But as China-Australia relations have soured, Victoria has come under increasing pressure from the Morrison Coalition government to walk away from the memorandum of understanding it signed last year and not to proceed with a new “roadmap agreement” that was due to be concluded in March but has been postponed indefinitely in the midst of the pandemic.
But the Prime Minister’s state Liberal colleagues, who have pledged to rip up the agreement if they are elected in 2022, are determined to keep the issue in the state political debate and have been encouraged by their robo-poll of almost 7000 voters in seven Labor-held state seats.
Disapproval of the BRI deal was highest in the marginal seats of Bass and Bayswater, which was won by Labor on a knife-edge margin of less than 0.5 per cent in the 2018 state election, with more than 70 per cent of respondents in both electorates saying they disapproved of the agreements.
Support for the Belt and Road deal was weak in all seven seats, with Box Hill, the electorate with the largest concentration of Chinese-Australian voters, showing the highest level of approval at just 17.5 per cent in favour, compared to 65 per cent against.
The overall rate of disapproval across the seven electorates, with Bendigo East, Hawthorn, Melton and Frankston also surveyed, was 65 per cent.
Mr O’Brien said he was confident that the community shared his concerns about the Belt and Road deals, flagging he intended to make the agreements an issue when the state votes in 2022.
“Victorians clearly agree that the dodgy Belt and Road deal Andrews signed with the Chinese communist government is simply not in Victoria’s interests,” the state Opposition Leader said.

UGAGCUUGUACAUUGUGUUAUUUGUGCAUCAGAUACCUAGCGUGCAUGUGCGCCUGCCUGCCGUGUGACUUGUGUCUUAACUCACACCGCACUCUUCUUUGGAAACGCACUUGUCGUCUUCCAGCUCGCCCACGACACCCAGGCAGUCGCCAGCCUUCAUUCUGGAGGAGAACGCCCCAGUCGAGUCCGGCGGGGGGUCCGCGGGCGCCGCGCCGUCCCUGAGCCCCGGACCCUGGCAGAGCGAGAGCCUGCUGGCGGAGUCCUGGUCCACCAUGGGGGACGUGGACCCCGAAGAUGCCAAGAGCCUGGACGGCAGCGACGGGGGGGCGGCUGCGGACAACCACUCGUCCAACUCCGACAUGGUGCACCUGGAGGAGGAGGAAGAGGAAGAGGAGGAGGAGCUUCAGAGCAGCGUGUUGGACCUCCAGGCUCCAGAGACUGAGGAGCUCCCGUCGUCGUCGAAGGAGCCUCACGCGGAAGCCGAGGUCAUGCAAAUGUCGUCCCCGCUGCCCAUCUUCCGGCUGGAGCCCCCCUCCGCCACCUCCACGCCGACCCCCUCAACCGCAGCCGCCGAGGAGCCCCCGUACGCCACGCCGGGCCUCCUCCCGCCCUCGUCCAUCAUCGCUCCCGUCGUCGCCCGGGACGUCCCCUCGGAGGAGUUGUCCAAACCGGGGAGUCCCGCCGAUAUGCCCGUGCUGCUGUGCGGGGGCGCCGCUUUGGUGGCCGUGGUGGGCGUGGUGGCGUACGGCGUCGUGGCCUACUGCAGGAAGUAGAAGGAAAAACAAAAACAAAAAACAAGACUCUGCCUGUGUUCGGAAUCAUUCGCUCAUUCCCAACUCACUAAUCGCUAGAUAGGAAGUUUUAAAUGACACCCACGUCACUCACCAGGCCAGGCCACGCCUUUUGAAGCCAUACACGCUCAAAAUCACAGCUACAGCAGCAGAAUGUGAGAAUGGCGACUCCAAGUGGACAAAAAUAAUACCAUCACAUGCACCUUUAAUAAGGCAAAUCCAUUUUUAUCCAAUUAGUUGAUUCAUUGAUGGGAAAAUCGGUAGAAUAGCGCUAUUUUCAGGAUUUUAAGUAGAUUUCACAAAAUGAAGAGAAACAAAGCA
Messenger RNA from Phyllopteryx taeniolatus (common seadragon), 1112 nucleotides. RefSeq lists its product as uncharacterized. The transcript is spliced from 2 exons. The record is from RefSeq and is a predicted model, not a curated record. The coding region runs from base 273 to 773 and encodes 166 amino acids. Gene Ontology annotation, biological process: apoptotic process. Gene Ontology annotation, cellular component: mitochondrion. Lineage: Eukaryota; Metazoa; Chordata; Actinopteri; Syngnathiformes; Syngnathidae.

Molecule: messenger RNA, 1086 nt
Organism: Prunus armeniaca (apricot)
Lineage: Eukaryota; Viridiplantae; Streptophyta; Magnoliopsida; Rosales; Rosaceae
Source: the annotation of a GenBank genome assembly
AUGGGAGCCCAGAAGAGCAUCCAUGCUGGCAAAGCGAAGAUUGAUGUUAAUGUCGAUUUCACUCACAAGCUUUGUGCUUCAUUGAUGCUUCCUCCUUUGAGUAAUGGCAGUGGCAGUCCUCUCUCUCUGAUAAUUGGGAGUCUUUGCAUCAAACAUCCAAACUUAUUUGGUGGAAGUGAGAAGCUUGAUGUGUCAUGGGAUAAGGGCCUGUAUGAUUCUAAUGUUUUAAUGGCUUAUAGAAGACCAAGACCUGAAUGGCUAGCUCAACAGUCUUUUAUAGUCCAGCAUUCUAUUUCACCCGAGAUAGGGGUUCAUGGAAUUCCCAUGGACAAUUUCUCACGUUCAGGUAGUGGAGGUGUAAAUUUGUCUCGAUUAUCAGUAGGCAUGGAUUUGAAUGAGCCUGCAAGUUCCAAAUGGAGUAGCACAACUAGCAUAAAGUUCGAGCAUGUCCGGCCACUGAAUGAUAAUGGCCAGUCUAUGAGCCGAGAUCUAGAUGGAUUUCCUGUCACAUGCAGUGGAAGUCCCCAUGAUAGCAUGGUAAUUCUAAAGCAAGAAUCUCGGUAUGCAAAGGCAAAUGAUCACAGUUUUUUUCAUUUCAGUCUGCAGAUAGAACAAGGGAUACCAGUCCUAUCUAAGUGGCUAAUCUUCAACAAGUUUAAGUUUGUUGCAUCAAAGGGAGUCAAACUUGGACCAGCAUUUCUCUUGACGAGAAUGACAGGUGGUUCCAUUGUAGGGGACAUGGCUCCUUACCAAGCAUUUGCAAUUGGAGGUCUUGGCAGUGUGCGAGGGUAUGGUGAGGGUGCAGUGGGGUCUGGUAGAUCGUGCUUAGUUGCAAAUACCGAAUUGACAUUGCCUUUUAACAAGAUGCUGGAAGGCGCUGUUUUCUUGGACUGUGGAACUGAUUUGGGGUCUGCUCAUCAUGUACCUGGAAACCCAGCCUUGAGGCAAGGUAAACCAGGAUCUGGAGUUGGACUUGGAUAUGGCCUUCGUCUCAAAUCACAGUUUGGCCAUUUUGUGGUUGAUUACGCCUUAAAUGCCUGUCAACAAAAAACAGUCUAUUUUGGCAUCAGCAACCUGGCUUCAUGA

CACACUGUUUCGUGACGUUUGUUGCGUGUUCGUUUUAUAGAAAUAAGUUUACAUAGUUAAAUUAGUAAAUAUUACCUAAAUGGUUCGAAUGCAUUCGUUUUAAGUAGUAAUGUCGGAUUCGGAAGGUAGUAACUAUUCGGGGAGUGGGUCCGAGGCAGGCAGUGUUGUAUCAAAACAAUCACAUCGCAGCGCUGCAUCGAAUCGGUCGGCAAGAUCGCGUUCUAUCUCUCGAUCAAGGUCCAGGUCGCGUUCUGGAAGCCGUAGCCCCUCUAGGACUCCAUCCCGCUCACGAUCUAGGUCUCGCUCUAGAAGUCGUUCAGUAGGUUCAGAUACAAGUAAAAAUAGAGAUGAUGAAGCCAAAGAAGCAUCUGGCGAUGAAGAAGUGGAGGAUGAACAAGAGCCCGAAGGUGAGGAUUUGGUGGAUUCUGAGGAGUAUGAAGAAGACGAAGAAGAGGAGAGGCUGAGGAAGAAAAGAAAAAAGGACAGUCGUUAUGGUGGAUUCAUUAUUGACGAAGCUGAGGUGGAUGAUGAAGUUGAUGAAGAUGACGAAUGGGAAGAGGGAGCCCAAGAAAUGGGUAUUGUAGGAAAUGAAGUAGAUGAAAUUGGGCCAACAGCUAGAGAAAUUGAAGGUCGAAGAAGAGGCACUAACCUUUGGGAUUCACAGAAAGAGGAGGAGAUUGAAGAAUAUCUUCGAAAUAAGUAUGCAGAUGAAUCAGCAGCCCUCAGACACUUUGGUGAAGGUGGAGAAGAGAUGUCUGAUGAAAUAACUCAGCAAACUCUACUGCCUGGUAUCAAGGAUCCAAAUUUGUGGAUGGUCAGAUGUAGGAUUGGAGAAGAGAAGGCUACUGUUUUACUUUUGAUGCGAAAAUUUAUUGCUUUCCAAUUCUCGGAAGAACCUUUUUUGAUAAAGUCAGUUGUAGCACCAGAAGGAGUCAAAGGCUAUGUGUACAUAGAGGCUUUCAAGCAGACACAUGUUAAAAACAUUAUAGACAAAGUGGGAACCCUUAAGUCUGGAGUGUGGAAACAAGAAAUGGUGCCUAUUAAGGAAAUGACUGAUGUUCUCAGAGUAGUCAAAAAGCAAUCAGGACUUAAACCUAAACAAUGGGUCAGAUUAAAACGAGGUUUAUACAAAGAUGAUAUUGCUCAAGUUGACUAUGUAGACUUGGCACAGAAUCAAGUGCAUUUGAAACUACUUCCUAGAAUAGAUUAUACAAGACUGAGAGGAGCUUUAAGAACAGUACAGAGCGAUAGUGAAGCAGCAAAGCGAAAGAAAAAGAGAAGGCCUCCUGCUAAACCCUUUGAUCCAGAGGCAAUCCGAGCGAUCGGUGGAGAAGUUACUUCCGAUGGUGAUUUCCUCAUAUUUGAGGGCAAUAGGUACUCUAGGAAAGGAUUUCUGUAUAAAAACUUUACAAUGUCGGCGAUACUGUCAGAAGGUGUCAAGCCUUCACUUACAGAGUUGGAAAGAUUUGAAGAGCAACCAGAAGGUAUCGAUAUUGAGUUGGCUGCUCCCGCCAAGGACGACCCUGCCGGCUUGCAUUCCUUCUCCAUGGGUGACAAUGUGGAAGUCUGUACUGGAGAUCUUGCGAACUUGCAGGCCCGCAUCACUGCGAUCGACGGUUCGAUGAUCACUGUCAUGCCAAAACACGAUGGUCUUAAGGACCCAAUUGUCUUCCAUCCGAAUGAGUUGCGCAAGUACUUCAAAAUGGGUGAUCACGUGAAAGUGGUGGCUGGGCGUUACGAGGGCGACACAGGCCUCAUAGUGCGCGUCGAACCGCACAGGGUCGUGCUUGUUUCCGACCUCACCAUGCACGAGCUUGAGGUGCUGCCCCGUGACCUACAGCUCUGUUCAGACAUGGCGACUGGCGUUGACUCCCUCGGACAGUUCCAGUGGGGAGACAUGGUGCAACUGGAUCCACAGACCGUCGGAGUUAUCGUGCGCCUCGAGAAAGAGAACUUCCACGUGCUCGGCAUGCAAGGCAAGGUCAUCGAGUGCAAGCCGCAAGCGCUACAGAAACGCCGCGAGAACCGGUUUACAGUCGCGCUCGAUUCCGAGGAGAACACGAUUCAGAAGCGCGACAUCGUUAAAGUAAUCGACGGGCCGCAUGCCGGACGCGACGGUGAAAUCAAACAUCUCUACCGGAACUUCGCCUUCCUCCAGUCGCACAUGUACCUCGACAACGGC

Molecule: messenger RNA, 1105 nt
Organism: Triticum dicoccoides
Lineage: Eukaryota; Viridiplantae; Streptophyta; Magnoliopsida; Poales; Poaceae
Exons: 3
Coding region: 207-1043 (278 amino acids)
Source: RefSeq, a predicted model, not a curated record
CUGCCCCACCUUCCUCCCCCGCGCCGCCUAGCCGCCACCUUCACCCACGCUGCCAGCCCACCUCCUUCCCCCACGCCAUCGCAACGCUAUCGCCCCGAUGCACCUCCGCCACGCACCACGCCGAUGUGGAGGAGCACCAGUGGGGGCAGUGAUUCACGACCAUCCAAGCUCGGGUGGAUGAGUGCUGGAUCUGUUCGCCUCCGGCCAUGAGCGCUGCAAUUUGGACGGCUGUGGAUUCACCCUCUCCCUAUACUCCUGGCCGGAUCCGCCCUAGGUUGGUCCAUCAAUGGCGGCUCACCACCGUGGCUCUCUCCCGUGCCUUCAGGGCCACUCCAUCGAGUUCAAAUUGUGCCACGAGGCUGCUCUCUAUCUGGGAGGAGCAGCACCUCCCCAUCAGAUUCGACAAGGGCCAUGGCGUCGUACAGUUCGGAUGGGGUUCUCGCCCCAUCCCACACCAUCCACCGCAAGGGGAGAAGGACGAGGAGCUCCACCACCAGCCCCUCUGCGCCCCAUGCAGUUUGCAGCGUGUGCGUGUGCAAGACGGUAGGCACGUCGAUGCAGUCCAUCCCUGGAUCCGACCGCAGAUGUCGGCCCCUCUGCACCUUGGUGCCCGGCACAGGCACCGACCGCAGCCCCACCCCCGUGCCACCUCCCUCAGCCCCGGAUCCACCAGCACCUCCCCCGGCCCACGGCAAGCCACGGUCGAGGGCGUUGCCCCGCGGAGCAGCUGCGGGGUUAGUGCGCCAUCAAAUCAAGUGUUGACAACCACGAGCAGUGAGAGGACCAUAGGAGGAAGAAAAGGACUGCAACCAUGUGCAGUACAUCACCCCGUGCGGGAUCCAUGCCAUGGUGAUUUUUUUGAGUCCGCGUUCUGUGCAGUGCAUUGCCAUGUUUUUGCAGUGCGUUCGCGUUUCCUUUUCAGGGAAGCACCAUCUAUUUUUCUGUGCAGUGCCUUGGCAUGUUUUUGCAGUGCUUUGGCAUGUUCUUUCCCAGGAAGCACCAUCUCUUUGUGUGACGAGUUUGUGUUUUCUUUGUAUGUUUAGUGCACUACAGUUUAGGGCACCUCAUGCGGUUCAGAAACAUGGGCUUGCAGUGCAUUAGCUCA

“Victorians will have a clear choice at the next state election, a Michael O’Brien-led Liberal National government will put jobs first and tear up this one-sided deal.”
A Labor government spokesperson dismissed the Liberal push as a “political game”.
“The government remains focused on the fight against the global pandemic and saving lives. If others wish to be distracted by political games that is a matter for them,” they said.
Monash University political scientist Nick Economou said any campaign against Belt and Road would have to tread a fine line to avoid offending the Chinese-Australian community.
But the academic said the political fallout from the COVID-19 crisis currently gripping the state was likely to dwarf Belt and Road as a problem for his re-election effort.
“If this thing drags on into next year, then I reckon Dan Andrews is in a bit of trouble,” Dr Economou said.
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Noel Towell is State Political Editor for The Age